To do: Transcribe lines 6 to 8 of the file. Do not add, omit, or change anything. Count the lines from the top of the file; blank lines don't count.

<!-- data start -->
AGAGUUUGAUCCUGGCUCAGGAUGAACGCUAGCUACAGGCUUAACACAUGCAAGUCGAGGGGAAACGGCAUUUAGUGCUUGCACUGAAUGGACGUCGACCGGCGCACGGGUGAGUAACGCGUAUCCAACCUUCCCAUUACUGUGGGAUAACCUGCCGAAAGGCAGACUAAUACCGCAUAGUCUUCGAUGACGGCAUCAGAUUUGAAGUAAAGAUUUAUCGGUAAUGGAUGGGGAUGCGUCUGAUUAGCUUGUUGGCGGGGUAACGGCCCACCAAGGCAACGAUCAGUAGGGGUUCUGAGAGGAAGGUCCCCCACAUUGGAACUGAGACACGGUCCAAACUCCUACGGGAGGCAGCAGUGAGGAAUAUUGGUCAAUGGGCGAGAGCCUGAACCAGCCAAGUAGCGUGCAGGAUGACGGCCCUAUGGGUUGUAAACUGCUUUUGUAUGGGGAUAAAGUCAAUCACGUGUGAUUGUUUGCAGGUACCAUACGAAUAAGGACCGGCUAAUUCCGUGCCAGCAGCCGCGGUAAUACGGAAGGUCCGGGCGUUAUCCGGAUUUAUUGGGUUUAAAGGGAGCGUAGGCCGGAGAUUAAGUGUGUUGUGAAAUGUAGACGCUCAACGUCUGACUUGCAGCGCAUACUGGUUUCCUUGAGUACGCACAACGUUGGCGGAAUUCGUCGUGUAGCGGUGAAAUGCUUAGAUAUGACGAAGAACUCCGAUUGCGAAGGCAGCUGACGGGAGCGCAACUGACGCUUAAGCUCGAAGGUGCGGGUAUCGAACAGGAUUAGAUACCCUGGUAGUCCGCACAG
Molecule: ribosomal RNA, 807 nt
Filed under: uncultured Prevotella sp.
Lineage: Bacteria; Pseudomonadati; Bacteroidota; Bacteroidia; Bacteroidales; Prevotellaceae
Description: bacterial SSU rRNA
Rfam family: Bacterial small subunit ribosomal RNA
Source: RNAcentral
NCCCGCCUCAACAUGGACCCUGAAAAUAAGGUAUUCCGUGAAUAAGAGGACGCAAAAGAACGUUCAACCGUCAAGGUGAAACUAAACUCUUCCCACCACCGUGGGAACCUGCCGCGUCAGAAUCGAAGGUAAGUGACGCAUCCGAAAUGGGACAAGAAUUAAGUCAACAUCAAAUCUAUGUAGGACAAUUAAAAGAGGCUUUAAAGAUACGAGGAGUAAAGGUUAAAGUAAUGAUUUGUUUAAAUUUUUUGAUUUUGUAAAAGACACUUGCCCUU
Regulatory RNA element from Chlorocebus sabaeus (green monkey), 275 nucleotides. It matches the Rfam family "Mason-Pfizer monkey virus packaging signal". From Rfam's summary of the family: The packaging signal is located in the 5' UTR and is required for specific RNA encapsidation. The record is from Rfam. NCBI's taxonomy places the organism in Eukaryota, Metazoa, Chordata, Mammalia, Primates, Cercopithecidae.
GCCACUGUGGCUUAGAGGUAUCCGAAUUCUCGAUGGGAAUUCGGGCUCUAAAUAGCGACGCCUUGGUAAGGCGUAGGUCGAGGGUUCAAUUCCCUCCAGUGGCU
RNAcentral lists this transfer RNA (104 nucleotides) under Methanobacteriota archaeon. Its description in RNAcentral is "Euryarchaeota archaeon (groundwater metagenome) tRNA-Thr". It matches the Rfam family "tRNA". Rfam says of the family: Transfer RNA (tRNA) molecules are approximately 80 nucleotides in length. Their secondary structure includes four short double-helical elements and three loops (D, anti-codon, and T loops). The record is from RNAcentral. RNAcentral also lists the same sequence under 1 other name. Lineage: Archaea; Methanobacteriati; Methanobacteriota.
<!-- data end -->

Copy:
Rfam family: Bacterial small subunit ribosomal RNA
Source: RNAcentral
NCCCGCCUCAACAUGGACCCUGAAAAUAAGGUAUUCCGUGAAUAAGAGGACGCAAAAGAACGUUCAACCGUCAAGGUGAAACUAAACUCUUCCCACCACCGUGGGAACCUGCCGCGUCAGAAUCGAAGGUAAGUGACGCAUCCGAAAUGGGACAAGAAUUAAGUCAACAUCAAAUCUAUGUAGGACAAUUAAAAGAGGCUUUAAAGAUACGAGGAGUAAAGGUUAAAGUAAUGAUUUGUUUAAAUUUUUUGAUUUUGUAAAAGACACUUGCCCUU